ONS figures released today show unemployment figures remain fairly static. Experts say this is due to the fact that employees are accepting pay cuts rather than facing redundancy. Businesses and their employees are still facing difficult times and there is a real need for them to reduce costs. Questions will be asked as to whether cutbacks in staff should be made, but redundancies should always be seen as a last resort.
Cutting jobs has a negative impact on the remaining workforce: it wastes talent and reduces the capacity of the business to recover and grow in the future. A preferable option is to attempt to reduce contractual costs, but retain the same employees.
This can be done in a number of ways, including asking that the workforce agree to pay cuts or to forego premium payments agreed in better times. However, changing the terms and conditions will generally require the agreement of an employee. So, what can an employer do if there is a refusal to agree, even when the business case is clear?
In the recent case of Garside and Laycock Ltd v Booth, the issue in dispute was whether refusal to accept a pay cut could amount to fair grounds for an employee’s dismissal.
Despite over 70 work colleagues agreeing to the employer’s request of reduced pay, TG Booth refused to give consent to the variation. As a result, the employer decided to issue him with notice of dismissal. Booth wouldn’t accept an offer of re-engagement on the new reduced terms and brought a claim for unfair dismissal, which was initially successful.
However, the employer appealed successfully and the Employment Appeal Tribunal has set out some key factors that must be taken into account when assessing if an employee has been unfairly dismissed in such a situation.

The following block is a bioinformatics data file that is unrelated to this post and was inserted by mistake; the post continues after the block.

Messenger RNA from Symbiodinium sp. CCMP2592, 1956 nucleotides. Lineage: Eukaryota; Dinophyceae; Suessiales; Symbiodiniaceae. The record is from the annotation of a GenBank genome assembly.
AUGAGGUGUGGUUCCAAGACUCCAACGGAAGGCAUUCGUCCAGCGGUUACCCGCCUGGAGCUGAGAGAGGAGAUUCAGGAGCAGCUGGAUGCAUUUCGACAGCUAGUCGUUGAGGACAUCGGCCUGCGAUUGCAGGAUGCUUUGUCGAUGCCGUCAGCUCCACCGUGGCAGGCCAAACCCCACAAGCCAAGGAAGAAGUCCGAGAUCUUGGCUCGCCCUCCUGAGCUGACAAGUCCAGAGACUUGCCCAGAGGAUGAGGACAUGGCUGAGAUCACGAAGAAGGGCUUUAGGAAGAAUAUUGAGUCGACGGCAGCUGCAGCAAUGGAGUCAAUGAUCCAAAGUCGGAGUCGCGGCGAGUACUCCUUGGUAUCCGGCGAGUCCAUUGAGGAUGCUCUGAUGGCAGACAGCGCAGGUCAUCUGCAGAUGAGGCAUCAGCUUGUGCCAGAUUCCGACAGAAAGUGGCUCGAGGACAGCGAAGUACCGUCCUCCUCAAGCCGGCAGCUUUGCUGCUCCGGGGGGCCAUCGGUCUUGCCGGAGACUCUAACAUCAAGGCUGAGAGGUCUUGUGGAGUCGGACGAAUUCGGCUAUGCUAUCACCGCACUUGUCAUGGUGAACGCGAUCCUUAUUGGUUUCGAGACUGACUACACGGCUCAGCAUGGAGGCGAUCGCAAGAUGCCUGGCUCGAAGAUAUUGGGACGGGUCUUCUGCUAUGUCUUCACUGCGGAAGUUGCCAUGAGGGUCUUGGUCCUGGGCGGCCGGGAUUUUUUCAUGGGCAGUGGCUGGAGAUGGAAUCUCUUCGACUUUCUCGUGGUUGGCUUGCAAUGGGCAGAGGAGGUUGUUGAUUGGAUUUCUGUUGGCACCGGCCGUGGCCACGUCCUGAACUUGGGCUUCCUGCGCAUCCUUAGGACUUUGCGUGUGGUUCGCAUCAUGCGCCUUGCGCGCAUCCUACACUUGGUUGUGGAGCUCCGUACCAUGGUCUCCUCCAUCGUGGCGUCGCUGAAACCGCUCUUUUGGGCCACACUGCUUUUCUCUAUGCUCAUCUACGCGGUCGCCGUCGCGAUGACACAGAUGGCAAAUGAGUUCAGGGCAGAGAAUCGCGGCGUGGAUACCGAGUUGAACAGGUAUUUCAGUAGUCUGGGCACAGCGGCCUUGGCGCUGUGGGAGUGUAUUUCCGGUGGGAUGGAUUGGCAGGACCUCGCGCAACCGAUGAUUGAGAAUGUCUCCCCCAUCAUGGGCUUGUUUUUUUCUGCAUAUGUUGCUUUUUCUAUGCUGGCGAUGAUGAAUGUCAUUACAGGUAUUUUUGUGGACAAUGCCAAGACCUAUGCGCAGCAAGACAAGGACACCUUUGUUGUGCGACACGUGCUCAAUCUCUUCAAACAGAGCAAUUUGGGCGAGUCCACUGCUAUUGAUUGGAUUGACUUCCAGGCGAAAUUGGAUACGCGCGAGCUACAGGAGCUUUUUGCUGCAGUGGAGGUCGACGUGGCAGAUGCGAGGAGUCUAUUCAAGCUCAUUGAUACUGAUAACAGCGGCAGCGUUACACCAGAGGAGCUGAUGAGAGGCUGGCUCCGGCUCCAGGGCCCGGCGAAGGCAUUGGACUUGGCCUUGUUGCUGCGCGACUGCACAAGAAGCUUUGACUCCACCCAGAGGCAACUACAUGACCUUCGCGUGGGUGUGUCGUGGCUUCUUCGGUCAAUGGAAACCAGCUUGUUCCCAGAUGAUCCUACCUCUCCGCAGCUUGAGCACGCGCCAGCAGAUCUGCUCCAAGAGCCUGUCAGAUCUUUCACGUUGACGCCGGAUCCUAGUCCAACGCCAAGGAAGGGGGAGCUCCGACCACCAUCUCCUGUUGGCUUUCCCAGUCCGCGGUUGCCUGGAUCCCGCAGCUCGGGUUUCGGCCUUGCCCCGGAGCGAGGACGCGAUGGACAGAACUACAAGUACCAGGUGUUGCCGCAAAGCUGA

The first point to note was that dismissal in this situation would be on grounds of ‘some other substantial reason’, which is a potentially fair reason. It would not be dismissal on the basis of redundancy, as the employer’s need for employees to carry out the work has not diminished − the work just needs to be done at a reduced cost.
While the employee would not be entitled to a redundancy payment when dismissed, it may still gives grounds for unfair dismissal. The question will be: given all of the circumstances, did the employer act reasonably in dismissing the employee? The fairness of the employer’s approach has to be taken into account. For example, it’s more likely that the employer has acted fairly where all levels of employee are treated the same and less likely where management is exempt from the changes.
The size and administrative resources of the business are also pertinent factors. The larger the employer, the higher the expectation is in relation to the reasonable treatment of the employees and the procedure adopted.
As a minimum, the employer will be expected to carry out consultation concerning the changes over an extended period of time. The compulsory collective consultation provisions apply to this situation where 20 or more employees are affected. Consultation, whether compulsory or not, ensures that the reasons for the change are fully explained and that alternative measures can be explored to avoid or reduce the financial impact on the employees.
In this case, it was taken into account that the employer had consulted with staff over a long period regarding the proposals. The company had even offered Booth a review of his level of pay six months later, if he should accept the reduction.
In the circumstances, the decision of the Employment Tribunal that the dismissal was unfair could not stand. The wrong approach had been adopted and the employer was able to show the situation was so desperate that the only way of saving the business was to propose stringent pay reductions.
The employer wasn’t required to show that the situation was so bad as to put the business in danger before it was able to bring about changes. This was putting too great a burden on the employer. It had also been a mistake to assess the fairness on the basis of whether Booth had acted reasonably in rejecting the changes. The focus on assessing fairness should have been on whether the employer’s decision to dismiss was reasonable in the circumstances.
While this decision is by no means a ‘free pass’ for employers to change terms and conditions, it does highlight that there may be circumstances when it is not unreasonable to seek to reduce costs through pay cuts. An employee who does not cooperate may find themselves being even more out of pocket than if the changes had been agreed.